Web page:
This self-supported vertical antenna was made with aluminum tubes of 3 m in length that have an external diameter of 1 1/4" (32 mm) and a wall thickness of 1.2 mm. The total length of the radiating system is 10.75 m and its square-shaped base measures 25 cm on a side.
To the theoretical length (1/4 lambda) was added 5% due to the width of the antenna.
The various lateral stabilizing and connecting rods of the tower are made from rectangular shaped aluminum bar (17.0 mm x 6.5 mm) and are secured to the tubes with pop-rivets that are 1/2"x 3/16" in diameter.
Those rivets are much better than bolts and nuts - completely free of galvanic corrosion (same metal) and the pressure achieved with an hand tool will be more than sufficient to make a solid mechanical and electrical connection good for many years.
Here is a summarized list of materials: a total of nine (9) 3.0 m aluminum tubes have been used, one (1) 50mm diameter PVC tube, 2.5 m in length, 12 meters of aluminum bar (the stabilizing rods), 140 aluminum pop-rivets, and 9 inox steel braces of 45 mm in diameter.
The total weight of the radiating system is less than 15 kg, perfectly supporting winds of 90 Km/h as a lower limit in a computerized simulation and without the necessity of stays.
Since the revision date of this article, the antenna is already more than 15 years old and its efficiency is the same as when it was mounted.
The unions between the aluminum tubes was made with small pieces of copper pipe 20 cm in length and whose external diameters fit perfectly in the interiors of the aluminum tubes.
Small longitudinal “ridge” cuts (10 mm) on the tips of the aluminum tubes have allowed them to be firmly pressed, with the inox steel braces, onto the copper pipes and make good electric and mechanical contact.
The four insulators of the base of the antenna are made with Brazilian "TIGRE" PVC reducer unions.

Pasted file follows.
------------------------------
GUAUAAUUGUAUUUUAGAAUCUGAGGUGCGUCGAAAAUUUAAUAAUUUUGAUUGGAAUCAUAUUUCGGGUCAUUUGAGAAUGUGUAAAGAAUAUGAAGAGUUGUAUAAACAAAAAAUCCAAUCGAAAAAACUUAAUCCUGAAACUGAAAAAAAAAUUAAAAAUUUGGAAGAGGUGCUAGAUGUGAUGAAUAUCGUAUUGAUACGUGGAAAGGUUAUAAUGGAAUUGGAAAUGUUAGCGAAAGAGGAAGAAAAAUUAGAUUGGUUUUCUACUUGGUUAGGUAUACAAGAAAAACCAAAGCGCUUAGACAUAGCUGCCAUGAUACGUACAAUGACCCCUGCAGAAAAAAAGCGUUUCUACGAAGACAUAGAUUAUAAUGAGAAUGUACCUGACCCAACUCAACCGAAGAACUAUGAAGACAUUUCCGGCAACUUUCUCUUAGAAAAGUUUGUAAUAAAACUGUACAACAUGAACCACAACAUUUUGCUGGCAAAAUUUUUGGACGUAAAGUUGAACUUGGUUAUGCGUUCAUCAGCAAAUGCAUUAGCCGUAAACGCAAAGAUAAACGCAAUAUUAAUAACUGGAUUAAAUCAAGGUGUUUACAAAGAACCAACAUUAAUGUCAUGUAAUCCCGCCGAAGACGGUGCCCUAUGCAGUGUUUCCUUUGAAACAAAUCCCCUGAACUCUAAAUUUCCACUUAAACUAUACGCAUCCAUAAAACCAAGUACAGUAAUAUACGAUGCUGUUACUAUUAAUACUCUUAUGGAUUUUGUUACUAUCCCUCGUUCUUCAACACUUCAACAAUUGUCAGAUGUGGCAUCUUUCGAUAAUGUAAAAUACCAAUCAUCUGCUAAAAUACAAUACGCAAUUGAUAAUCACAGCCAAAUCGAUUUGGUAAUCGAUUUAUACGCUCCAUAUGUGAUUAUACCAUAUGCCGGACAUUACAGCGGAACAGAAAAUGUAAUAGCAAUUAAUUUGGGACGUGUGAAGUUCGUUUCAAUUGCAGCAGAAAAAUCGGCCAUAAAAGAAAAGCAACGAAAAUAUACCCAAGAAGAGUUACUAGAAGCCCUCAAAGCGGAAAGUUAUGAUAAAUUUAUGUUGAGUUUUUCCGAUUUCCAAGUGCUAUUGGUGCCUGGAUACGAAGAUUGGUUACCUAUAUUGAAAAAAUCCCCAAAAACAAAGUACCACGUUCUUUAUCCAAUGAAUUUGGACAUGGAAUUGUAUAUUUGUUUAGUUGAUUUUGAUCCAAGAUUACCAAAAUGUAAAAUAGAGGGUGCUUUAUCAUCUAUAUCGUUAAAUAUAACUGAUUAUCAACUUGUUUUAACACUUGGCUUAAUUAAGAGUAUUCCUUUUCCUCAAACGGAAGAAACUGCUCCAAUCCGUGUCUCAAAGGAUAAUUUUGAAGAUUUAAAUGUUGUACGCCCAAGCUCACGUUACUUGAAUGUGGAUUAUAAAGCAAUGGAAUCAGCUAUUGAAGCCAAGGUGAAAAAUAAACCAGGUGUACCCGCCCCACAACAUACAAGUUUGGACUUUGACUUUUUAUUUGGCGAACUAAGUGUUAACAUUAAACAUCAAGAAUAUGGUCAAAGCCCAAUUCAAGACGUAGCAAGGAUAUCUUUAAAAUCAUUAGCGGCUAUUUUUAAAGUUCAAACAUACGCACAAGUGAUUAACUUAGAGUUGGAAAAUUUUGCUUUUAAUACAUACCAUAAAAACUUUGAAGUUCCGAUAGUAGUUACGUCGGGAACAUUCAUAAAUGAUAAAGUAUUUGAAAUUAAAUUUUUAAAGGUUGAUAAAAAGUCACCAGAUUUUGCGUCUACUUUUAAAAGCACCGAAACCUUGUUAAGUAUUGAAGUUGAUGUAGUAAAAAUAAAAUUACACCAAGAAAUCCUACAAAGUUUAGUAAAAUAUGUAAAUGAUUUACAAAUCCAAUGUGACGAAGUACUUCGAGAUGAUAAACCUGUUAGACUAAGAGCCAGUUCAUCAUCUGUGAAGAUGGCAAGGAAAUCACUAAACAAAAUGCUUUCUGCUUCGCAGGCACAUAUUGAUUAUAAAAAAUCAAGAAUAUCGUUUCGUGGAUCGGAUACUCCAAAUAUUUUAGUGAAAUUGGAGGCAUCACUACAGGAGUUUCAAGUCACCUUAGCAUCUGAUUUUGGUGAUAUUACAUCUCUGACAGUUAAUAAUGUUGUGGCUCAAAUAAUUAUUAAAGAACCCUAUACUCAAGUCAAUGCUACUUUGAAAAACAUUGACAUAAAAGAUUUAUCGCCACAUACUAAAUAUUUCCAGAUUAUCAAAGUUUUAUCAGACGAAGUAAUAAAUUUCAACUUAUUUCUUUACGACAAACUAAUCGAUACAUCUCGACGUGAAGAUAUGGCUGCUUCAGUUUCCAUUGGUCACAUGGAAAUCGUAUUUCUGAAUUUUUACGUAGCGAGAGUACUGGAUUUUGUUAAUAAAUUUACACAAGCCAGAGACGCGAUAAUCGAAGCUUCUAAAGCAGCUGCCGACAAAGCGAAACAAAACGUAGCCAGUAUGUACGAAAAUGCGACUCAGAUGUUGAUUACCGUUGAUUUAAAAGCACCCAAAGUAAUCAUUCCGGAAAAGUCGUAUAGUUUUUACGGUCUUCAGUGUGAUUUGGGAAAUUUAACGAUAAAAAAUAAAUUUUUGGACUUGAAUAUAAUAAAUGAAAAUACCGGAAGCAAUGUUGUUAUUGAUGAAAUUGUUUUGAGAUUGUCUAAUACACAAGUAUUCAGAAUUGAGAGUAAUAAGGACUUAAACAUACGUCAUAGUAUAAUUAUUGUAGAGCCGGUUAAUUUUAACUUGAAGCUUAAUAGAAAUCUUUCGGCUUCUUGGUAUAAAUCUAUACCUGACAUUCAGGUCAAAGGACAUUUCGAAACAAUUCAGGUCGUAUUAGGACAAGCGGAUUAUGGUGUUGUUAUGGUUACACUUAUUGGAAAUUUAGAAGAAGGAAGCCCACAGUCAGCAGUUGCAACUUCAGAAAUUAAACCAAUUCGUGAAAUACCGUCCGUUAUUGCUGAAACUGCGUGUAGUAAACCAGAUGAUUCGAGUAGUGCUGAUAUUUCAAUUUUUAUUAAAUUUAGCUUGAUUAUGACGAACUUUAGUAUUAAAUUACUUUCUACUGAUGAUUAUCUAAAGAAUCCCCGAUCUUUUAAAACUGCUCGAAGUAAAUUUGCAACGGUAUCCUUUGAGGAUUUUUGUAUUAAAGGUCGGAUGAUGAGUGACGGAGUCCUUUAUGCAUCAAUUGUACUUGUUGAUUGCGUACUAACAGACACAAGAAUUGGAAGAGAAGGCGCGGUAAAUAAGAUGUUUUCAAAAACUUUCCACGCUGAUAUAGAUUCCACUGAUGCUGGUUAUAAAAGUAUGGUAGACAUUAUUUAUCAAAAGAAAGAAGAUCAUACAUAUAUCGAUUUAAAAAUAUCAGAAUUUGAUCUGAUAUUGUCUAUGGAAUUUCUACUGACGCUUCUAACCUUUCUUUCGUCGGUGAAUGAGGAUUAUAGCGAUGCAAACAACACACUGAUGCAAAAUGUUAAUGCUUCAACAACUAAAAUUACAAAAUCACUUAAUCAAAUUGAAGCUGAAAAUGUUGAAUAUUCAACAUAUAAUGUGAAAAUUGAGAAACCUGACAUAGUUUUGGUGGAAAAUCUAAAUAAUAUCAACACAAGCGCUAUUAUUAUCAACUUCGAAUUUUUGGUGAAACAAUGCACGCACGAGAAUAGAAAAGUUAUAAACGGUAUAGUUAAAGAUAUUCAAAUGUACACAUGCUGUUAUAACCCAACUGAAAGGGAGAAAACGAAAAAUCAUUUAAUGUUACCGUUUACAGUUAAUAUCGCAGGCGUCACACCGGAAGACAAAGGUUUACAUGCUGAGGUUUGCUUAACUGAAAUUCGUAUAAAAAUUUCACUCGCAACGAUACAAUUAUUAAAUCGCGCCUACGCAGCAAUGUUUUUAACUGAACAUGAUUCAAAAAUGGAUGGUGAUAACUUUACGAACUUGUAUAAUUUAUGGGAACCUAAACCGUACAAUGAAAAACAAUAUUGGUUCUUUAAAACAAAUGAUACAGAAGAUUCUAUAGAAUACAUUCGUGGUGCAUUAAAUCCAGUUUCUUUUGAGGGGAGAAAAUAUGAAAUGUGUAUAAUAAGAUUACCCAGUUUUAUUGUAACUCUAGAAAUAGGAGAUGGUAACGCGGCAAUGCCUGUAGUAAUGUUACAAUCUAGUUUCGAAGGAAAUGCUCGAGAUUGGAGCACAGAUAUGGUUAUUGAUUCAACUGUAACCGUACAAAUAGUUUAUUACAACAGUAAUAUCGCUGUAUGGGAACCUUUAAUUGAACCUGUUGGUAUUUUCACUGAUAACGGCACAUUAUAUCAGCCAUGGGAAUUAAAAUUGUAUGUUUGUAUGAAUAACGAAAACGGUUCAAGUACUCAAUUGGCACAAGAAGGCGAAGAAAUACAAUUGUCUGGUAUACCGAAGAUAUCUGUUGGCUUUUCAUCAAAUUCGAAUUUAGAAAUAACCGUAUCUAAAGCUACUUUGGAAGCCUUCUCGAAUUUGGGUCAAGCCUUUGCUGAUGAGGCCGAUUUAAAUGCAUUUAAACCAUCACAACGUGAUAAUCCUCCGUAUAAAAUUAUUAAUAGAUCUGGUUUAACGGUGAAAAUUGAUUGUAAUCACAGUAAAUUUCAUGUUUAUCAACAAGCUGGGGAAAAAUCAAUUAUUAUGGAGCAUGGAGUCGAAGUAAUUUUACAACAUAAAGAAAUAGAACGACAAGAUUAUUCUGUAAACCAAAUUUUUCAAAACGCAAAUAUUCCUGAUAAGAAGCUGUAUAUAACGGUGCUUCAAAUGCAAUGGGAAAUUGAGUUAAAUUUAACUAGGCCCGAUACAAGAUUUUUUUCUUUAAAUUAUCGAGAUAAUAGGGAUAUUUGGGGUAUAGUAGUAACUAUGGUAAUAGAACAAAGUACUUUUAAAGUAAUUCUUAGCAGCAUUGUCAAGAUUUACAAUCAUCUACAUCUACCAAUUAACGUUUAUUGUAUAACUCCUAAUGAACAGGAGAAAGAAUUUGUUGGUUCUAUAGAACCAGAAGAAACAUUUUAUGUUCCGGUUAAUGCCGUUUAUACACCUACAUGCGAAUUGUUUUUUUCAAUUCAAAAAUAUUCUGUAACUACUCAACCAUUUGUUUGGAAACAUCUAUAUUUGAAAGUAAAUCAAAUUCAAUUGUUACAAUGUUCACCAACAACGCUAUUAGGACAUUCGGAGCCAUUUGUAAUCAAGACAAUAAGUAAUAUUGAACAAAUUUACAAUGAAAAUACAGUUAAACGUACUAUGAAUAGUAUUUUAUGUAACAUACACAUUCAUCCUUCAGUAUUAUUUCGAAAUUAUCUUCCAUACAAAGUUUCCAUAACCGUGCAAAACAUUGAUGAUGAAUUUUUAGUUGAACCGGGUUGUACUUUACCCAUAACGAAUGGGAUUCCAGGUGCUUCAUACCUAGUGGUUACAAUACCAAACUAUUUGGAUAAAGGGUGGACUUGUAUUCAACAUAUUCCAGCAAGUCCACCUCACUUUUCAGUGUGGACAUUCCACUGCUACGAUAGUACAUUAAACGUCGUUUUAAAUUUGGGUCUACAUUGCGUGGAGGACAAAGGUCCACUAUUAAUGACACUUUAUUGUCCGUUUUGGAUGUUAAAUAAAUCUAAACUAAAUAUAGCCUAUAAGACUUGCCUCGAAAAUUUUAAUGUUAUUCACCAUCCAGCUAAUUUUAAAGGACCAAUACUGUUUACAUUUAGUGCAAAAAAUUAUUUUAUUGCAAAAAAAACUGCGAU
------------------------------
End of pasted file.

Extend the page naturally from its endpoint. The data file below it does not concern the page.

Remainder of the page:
Four (4) sections of weldable PVC (brown core), 50 mm in diameter have been used, with 60 cm of length embedded in the center of the concrete base and on the exterior tips (80 mm) two reducer unions have been joined with "TIGRE" PVC glue.
In the center are positioned 32/40 mm reducers that are then coupled via 40/50mm reducers to the 50 mm diameter PVC.
Glue is also applied on the tip of the pipe displayed above of the concrete mass.
In these insulators the four feet of the antenna are placed.
They are introduced 30 mm inside of the lesser sleeve, until they're jammed inside.
Completing the setting, four screws of 3/16" x 2" cross the interior of each insulator, thus securing the antenna to the support.
The tower properly set has an upper part formed by a 6 m mast with a single tube sliding portion of 5m by which Standing Wave Ratio (SWR) adjustments can be made. After the adjustment, single inox steel brace will keep the upper mast in position.
The support insulator was buried to the soil with concrete (cement, rock dust, and 20mm stone aggregate at ratio of 1:4:4) in a squared hole of 40 cm width and 80 cm deep. In the deep end of the hole four linked 2.4 m copperweld poles had been inserted and interconnected with 25 mm2 flexible cable so they will be part of the grounding.
Measurements made with a milli-ohmmeter resulted in a 3.6 ohm when all the poles were in place.
Beyond the copperweld poles, a system of 13 radial of 10 m length, using sections of flexible copper wire (1.5 mm in 2 sections) were attached to the ground terminal.
These wires are embedded and hidden to a depth of 10 cm underground and complete the grounding.
The fact that, as embedded, the radials lose their resonance means that their exact length is not very significant.
However, their combined effect on impedance is not negligible. In practice, the ground impedance obtained was around 20 ohms.
This was then added to the theoretical impedance (35 ohms) of the 1/4 wave antenna which then became close to the 50 ohms necessary for correct adaptation to the coax cable RG-213. With the low Q of the antenna, the SWR over the whole band was well below 1.2:1.
In the top, an element was placed as a driver for the 50 MHz band, transforming the upper part of the antenna to a 1/2 wave radiator for 6 meters (3 Db of gain over isotropic). The J-Pole was made with copper pipe of 15 mm diameter and whose length was 1.47 m. It has an independent coax cable of RG-213 that goes down into the interior of one of the tubes of the antenna. This element for 50 MHz does not interfere with the main antenna that continues to resonate at 7 MHz. The SWR at 50.500 MHz is 1.0:1 and reaches 1.2:1 between 50.000 and 51.000 MHz.
My next experiment will be in making a radiating system with a J-Pole for 10 meters whose photos will be published upon its successful completion.
73, Sergio Valente, PY1ZA